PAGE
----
Four Things Every Revitalization Pastor Can Do

One of the great difficulties of church revitalization is the fact that sometimes churches are not ready.  Either they have not come to the realization that revitalization is needed or they are not willing to pay the price to revitalize.  At that point, the revitalization pastor has two choices: leave or persevere.  It may be that we give up too quickly on churches that struggle with revitalization and especially with those that struggle with change.  We all resist change, and we all struggle with the admission that we need revival and revitalization – even in our own personal lives, much less the church.  So what can the pastor do as he patiently waits for God to move?  Let me suggest 4 things that every revitalization pastor needs to do, regardless of what stage the church finds itself in the revitalization process.

1. Preach the Word.  Pastors admonish their congregations to believe God’s Word and to practice its commands and principles.  Yet pastors are the most guilty when it comes to recognizing the power that God’s Word has to change lives.  Paul told Timothy, the young pastor of the church at Ephesus (a church in need of revitalization and revival) to preach the Word (2 Tim 4:2).  One of the steps to helping a church discover its need to revitalize is allowing God’s Word to speak to the church.  I am a strong proponent for expository preaching, and church revitalization is one of the reasons.  Instead of preaching illustrations and sprinkling in a verse or two, preach the Word.  Do not underestimate the power of God’s Word to change people’s hearts toward revitalization.

2. Pastor the People.  Simon Peter’s admonition to the leaders of the churches dispersed and in disarray through Nero’s persecution after the burning of Rome was to shepherd God’s flock among you (1 Pet 5:2).  The temptation of the pastor is to barricade himself in his study.  Remember, though, the careful balance between sermon preparation and caring for the church.  Those relationships will be essential and necessary when the church is ready to undertake the difficult task of change.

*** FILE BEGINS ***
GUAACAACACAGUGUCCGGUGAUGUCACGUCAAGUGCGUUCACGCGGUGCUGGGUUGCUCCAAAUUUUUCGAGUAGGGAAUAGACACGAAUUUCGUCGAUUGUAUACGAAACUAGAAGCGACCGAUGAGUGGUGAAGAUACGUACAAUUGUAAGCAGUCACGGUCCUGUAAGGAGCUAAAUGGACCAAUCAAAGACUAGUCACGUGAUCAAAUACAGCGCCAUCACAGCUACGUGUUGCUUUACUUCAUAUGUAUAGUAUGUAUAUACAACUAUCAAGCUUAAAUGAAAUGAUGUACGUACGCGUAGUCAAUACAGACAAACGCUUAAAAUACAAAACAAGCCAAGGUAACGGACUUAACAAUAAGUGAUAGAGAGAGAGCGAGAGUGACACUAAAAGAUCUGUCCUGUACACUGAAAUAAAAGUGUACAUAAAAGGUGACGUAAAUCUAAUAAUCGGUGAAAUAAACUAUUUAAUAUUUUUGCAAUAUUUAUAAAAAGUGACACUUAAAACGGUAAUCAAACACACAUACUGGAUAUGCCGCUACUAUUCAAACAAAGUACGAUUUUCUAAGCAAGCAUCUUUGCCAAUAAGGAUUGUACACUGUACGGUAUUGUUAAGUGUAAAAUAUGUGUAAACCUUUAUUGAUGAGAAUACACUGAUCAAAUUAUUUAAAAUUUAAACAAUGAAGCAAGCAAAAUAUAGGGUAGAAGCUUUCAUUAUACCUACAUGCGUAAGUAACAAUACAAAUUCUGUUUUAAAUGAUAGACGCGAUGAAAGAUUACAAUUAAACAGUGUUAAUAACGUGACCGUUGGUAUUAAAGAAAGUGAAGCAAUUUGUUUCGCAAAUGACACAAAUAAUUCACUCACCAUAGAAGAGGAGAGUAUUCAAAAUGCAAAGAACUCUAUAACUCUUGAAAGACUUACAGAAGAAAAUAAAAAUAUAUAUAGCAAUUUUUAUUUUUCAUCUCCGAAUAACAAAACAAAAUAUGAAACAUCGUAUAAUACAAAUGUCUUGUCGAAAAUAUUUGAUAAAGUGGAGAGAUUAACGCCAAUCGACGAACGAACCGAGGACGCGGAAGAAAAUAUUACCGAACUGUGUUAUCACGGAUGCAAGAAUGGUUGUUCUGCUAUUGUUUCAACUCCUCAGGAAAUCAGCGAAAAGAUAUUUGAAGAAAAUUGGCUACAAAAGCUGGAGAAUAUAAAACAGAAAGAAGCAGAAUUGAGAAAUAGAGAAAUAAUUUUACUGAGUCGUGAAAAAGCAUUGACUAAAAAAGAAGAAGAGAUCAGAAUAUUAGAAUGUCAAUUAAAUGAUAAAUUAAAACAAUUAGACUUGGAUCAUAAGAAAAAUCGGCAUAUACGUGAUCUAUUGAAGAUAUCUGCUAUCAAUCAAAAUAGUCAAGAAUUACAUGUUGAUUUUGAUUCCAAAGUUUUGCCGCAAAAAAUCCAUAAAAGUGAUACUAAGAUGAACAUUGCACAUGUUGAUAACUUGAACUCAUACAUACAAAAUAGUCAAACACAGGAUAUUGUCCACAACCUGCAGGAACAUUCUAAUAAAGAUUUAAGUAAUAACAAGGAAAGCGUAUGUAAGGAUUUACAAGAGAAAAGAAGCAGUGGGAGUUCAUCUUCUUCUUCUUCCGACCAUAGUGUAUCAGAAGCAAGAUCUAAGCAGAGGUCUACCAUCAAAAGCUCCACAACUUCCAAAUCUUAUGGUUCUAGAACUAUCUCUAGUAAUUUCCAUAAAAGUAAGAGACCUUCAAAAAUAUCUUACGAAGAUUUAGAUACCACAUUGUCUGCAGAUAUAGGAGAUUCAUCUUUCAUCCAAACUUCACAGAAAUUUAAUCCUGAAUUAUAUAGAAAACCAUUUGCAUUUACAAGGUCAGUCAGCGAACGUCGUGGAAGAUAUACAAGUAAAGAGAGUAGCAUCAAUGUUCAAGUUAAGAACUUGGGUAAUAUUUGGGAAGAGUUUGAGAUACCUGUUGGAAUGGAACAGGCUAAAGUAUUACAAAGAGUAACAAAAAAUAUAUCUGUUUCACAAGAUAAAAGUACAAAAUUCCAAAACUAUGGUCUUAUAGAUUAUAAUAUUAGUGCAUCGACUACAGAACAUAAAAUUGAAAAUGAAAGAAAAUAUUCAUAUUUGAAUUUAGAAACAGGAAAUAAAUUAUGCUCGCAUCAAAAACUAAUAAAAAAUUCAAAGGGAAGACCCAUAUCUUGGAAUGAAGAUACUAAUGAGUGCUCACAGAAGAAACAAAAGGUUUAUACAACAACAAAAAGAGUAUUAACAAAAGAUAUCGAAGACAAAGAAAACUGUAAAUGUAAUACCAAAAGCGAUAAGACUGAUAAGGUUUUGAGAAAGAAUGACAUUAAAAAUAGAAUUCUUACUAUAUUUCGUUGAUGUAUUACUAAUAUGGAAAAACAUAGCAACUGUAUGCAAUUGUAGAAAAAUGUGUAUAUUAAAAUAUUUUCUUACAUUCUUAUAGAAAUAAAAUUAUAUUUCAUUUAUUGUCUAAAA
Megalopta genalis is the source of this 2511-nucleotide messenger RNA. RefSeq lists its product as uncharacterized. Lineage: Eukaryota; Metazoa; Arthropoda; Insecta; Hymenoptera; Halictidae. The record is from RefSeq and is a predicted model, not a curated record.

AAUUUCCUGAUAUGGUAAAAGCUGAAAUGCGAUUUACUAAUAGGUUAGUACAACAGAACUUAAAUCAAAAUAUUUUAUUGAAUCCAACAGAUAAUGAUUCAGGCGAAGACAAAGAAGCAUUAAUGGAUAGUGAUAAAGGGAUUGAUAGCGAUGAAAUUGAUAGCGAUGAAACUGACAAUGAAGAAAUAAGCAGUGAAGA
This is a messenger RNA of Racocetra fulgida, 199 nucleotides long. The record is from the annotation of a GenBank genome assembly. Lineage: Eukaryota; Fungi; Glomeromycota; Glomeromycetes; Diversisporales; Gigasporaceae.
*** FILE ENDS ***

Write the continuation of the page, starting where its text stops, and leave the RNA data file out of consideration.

3. Prioritize Congregational Prayer.  In most established churches, the Wednesday night service is called (or has been called) prayer meeting.  The fact is, though, we do not spend much time praying.  It may be that the church, as a whole, is just not ready for it.  The revitalization pastor can, however, prioritize prayer, not only in his own life, but also when he leads the church in worship.  Make prayer special.  Teach the church how to pray.  Pray at other times besides the beginning of a meeting.  Lead the church to understand the power of coming into God’s presence (Heb 4:14-16).

4. Practice Personal Evangelism.  If the people will not witness, work, pray, or function, there is one thing the pastor can always do.  He can build relationships with the unchurched and consistently share his faith with them.  Paul charged Timothy with the task to do the work of an evangelist (2 Tim 4:6).  Regardless of what we face, we can always share our faith.

The work of revitalization is not easy.  It takes time, patience, and perseverance.  So do not get discouraged if your church is not quite ready.  Stay faithful to the tasks assigned to you in Scripture and let God get the church ready to revitalize.